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Season 2005-06
Fulham (h) Premiership
Date: Saturday 10th September 2005, 3.00pm

Venue: St. James' Park

Depressingly familiar


Newcastle United


1 - 1



13 mins: A scarcely believable catalogue of errors: Steven Taylor's back pass to Shay Given was intercepted by Radzinski. He found Luis Boa Morte and the former Toon target turned the ball across goal. 

As both Titus Bramble and Jean-Alain Boumsong slipped, Brian McBride had the simple task of knocking the ball into the empty Gallowgate net 0-1

Half time: Newcastle 0 Fulham 1

78 mins: Some Michael Owen trickery on the right hand side of the box saw him waltz round two visiting players and flick the ball to Boa Morte's left, while taking the opposite route and tumbling over.

Substitute Charles N'Zogbia curled a superb free kick high into the top left hand corner of the net and over the helpless Tony Warner. 1-1

Full time: Newcastle 1 Fulham 1

We Said

Graeme Souness commented:

"I would have preferred to have played Michael's first game away from home - the occasion maybe got to us a little bit with all the hype that was going on.

"It took us until the second half to get going. They were better than us in the first half - they were first to everything.

"In the second, we managed to exert some pressure on them, but we seem to be taking one step forward and one back - or even two back - at the moment.

"I am referring to (Albert) Luque, who has done yet another hamstring. He's got what Bob Paisley used to call `a six-weeker'.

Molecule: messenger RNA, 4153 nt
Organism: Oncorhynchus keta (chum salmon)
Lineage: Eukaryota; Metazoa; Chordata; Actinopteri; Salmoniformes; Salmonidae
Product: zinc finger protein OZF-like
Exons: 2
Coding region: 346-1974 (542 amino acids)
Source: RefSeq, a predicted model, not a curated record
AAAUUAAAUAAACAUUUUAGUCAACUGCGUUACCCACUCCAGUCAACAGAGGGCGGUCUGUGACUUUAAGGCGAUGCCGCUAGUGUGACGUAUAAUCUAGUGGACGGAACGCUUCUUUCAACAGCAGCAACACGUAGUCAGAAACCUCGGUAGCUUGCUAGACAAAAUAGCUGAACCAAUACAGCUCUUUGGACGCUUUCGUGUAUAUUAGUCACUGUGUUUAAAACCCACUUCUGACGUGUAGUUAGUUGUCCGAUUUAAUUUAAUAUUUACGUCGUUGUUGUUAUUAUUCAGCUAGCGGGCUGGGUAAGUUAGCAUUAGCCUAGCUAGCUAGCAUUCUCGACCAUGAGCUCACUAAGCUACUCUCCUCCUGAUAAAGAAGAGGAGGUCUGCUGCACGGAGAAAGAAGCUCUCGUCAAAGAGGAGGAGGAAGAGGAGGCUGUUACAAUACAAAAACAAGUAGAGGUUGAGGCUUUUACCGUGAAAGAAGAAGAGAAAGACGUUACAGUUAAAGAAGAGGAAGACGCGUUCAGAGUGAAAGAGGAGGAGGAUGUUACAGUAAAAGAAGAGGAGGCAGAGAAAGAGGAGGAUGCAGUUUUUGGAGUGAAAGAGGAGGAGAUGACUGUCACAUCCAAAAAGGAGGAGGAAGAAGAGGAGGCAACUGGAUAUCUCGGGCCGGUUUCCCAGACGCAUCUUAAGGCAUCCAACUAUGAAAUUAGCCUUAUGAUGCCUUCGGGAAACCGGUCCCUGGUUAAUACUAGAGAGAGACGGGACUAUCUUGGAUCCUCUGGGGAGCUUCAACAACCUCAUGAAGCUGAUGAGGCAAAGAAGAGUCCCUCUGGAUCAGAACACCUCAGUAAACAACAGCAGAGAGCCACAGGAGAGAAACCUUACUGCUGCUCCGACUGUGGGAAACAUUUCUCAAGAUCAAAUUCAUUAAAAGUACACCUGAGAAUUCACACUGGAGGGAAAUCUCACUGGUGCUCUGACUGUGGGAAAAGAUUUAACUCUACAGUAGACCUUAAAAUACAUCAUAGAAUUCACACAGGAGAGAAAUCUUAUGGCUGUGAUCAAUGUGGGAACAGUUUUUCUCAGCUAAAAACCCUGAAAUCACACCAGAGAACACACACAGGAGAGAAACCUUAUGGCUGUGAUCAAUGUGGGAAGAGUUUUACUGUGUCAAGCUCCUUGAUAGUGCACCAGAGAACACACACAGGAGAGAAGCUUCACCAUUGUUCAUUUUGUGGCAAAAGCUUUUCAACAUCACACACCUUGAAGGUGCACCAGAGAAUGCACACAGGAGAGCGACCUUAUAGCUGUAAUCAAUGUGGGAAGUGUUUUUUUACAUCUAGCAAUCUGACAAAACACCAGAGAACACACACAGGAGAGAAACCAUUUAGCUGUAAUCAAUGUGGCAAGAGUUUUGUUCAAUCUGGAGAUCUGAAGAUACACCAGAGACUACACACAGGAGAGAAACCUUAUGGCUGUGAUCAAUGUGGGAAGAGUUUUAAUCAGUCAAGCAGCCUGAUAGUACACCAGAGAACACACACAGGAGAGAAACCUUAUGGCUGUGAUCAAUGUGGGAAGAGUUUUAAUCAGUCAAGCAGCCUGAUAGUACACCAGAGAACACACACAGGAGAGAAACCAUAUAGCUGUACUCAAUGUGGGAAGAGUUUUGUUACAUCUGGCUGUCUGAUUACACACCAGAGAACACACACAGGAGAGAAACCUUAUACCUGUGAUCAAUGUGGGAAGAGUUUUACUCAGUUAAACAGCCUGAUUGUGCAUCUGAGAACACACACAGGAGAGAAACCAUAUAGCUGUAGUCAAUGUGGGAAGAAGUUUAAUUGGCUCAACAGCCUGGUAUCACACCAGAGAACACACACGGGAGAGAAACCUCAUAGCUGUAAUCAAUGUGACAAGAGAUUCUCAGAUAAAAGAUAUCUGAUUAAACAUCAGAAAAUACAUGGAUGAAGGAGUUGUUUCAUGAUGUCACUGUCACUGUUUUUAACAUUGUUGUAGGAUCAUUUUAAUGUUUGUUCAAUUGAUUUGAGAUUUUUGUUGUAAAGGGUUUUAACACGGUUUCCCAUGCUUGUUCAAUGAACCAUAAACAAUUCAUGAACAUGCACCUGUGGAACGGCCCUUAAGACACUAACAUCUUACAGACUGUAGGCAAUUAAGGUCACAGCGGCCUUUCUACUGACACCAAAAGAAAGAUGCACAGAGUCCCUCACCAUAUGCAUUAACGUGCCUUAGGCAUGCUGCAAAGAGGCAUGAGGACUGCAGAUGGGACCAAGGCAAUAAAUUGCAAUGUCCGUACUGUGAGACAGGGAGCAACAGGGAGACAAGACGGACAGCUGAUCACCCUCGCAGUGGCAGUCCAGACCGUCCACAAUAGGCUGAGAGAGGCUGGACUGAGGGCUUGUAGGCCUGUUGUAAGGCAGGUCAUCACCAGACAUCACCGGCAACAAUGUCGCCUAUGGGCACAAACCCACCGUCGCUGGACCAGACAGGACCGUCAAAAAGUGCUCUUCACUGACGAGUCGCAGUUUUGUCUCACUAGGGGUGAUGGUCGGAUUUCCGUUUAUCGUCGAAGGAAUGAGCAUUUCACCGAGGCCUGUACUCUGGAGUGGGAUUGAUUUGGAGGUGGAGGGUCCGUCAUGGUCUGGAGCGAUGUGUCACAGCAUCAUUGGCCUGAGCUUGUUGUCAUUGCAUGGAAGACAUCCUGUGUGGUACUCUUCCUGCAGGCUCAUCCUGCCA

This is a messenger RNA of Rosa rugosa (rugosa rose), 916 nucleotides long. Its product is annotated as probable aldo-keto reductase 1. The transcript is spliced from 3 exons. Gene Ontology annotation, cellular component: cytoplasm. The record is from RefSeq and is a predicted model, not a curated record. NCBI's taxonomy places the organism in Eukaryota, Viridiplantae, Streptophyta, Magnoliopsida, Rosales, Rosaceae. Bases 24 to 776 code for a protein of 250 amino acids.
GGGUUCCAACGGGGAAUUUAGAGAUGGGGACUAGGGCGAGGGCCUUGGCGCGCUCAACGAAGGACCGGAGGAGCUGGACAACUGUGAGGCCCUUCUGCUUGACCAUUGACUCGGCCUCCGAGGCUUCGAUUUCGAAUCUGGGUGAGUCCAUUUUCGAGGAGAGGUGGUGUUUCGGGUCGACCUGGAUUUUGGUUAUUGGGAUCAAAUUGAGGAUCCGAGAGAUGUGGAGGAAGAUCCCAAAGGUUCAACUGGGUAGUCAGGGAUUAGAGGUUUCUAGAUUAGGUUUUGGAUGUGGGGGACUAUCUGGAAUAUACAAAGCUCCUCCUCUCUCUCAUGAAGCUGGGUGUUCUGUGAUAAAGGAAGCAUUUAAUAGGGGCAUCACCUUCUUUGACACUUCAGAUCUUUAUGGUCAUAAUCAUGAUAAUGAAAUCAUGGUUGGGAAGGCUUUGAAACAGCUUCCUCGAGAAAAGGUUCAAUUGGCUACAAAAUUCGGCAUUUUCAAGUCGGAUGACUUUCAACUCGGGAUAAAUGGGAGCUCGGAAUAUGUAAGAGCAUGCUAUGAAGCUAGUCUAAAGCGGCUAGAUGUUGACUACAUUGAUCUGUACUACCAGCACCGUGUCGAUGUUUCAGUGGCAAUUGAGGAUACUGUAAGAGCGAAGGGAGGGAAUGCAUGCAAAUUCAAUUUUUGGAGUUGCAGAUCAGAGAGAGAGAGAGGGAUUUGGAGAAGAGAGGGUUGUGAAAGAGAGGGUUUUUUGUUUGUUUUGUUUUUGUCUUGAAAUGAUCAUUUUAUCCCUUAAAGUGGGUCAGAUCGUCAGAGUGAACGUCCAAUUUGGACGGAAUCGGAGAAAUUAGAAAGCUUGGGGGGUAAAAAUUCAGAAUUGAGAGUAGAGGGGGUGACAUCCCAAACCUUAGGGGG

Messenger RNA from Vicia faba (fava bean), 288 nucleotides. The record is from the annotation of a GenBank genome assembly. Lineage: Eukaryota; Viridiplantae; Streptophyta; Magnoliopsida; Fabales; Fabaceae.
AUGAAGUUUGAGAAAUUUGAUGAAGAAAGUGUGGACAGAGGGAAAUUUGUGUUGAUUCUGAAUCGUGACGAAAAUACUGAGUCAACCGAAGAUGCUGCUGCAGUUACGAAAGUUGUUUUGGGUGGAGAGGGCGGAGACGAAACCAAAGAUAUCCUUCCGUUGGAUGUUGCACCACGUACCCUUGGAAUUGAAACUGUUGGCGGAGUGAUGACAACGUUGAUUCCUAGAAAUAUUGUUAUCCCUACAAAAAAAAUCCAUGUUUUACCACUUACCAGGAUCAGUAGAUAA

"We didn't really get any real supply to Michael (Owen) today. With them getting the goal - not a good goal to concede on our part - they defended quite deep, and that's not best suited to Michael.

"Al the players are disappointed - they wanted to win today. Disappointed because we have not played particularly well and disappointed because we did not get three points."

On the sending off:

"I have been in to see the referee and told him that Claus Jensen has said he wasn't pulled back and we will have to wait to see how he (Wiley) views it now. 

"Jensen has said what he has said and Scott Parker has said that, when he realised he had a hand on him, he lifted it up in the air but didn't pull him."

Michael Owen commented:

"It was a great occasion - but while you dream of a great start, with a goal and a win, it wasn't meant to be.

"I'm sure there will be plenty of those to come though. It was one of those games when you get encouragement but then something goes against you.

"We got back into the game and were ready to have a go at them late on with the crowd behind us but then got a man sent off. But we didn't do badly to get a point considering we had 10 men at the end."

They Said

Fulham chief Chris Coleman said:

"We were making chances and if we got the second goal we could have gone on and scored three or four like last year.

"We've got to build on that. We had a good performance against Everton, we've come here and taken a point but we've gained more than a point in my eyes - it was a fantastic performance.

"Last year were didn't deserve to come here and win 4-1, Newcastle were by far the better team. Today we deserved to win, we were the better team but sometimes you don't get what you deserve. I thought it was a great performance by us and I'm delighted with the players.

"You know what the crowd are like here, if they'd have scored early doors we could have been in a bit of trouble but I thought our centre backs were outstanding, they kept Michael and Alan very quite the whole game. When the ball did get to them, we defended very well.